In 1923, Sun Yixian [Sun Yat-sen] convened the First National Congress of the Guomindang. Sun’s aim was to reorganise the party into more cogent and unified revolutionary moment, in order to combat imperialism and warlordism and bring about Chinese national unity. The Congress was held in Guangzhou in January 1924 and attended by many notable revolutionary figures, including Sun, Jiang Jieshi [Chiang Kai-Shek] and Mao Zedong [Mao Tse-tung]. Among the resolutions passed at the Congress were the invitation and integration of Chinese Communist Party members into the Guomindang and the adoption of Sun’s Three Prinicples. In his opening address on January 20th, Sun Yixian reflected on the past failures of the Guomindang and emphasised the need for unity and discipline, if the revolution was to succeed:
“This First Congress of the Guomindang of China marks the beginning of a new era.
In 1911, when the [Qing] Dynasty was overthrown by the revolutionary tide, the old reactionaries who had joined the movement to monopolise its success used to say: ‘Now that Revolutionary Armies are springing up, the Revolutionary Party should be dissolved’. This saying was echoed blindly by many, with the result that people only saw the troops and not the party. Militarism killed the revolutionary spirit and with the failure of the party came the failure of the Revolution. For the Revolution cannot succeed without the guidance of the Revolutionary Party…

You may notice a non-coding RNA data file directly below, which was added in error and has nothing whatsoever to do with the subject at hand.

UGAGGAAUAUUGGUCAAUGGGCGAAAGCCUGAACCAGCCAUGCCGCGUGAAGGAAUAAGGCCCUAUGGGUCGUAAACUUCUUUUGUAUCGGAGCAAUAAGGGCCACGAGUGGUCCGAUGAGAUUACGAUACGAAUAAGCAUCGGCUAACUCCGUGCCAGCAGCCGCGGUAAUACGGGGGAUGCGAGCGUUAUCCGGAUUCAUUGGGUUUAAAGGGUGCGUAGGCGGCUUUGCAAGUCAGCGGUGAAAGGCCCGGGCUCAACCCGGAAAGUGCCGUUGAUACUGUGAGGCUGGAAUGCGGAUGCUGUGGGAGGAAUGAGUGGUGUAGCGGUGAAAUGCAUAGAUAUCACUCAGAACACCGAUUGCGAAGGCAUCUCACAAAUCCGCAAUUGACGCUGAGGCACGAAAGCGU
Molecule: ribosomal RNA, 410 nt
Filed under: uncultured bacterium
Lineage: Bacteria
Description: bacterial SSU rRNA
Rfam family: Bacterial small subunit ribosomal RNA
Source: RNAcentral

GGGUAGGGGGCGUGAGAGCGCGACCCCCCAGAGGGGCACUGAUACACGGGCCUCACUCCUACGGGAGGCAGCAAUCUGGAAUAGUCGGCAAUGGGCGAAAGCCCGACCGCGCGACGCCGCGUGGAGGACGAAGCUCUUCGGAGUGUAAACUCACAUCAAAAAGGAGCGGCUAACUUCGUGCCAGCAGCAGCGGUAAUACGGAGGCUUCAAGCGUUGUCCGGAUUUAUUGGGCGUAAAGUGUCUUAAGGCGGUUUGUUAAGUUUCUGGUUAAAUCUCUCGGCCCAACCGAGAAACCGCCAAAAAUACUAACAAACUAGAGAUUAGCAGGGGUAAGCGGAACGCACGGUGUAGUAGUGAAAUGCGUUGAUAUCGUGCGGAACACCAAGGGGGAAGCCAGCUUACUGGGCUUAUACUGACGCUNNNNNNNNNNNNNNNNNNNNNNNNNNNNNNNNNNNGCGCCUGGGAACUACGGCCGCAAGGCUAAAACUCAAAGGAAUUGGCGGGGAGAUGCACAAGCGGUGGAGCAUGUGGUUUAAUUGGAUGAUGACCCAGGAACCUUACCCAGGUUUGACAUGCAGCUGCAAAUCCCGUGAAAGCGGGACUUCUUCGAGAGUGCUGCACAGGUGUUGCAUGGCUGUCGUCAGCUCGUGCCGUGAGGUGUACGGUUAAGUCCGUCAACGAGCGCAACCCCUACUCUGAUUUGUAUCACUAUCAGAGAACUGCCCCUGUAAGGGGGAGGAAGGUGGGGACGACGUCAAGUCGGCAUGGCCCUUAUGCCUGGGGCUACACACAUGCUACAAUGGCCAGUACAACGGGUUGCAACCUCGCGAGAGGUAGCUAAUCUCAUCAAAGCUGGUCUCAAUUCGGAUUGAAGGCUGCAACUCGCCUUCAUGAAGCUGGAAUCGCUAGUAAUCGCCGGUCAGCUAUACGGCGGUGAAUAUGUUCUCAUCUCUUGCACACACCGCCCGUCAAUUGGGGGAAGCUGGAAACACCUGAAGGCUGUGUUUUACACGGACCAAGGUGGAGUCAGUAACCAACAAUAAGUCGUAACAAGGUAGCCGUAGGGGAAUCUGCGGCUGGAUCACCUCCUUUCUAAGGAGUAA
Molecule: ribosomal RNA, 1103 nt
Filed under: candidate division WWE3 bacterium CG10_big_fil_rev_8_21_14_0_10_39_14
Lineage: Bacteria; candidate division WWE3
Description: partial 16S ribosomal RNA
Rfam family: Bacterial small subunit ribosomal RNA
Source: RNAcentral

China as a nation is in a bad state. Its prospects today are worse than ever before. Nevertheless, there is still a way out and hope for a successful reconstruction.
For 30 years the Revolutionary Party has, disregarding all consequences, been working for the Revolution. When this was accomplished, we were at a loss as to how to carry out the work of reconstruction. But now we have found the methods… These methods have been determined after careful study of and comparison with the revolutionary methods of other countries. They are not free from imperfections, hence the need for this Congress and your cooperation and revision.
The task which lies before you is twofold. Firstly, to reorganise the Guomindang, in order to revitalise it into a powerful and organised political party. Secondly, to consider the ways and means to be adopted by the Party to solve the problem of national reconstruction…
There is another thing I want to call to your attention. In former days, our failure was not so much due to the fact that we had powerful enemies, as to the fact our mind and discernment were immature. This caused senseless understandings between ourselves, scattering the whole power of our Party and resulting in the very failure of the Revolution. We were not destroyed by our enemies; we destroyed ourselves.
Therefore, if we are going to succeed, we must be united and of one mind. In order to achieve this spiritual unity, which is so vital to any political party, comrades must be prepared to sacrifice their individual freedom and put their ability at the disposal of the Party. In this way alone can the Party itself have freedom, command ability and shoulder the great work of the Revolution: the reconstruction of the country.”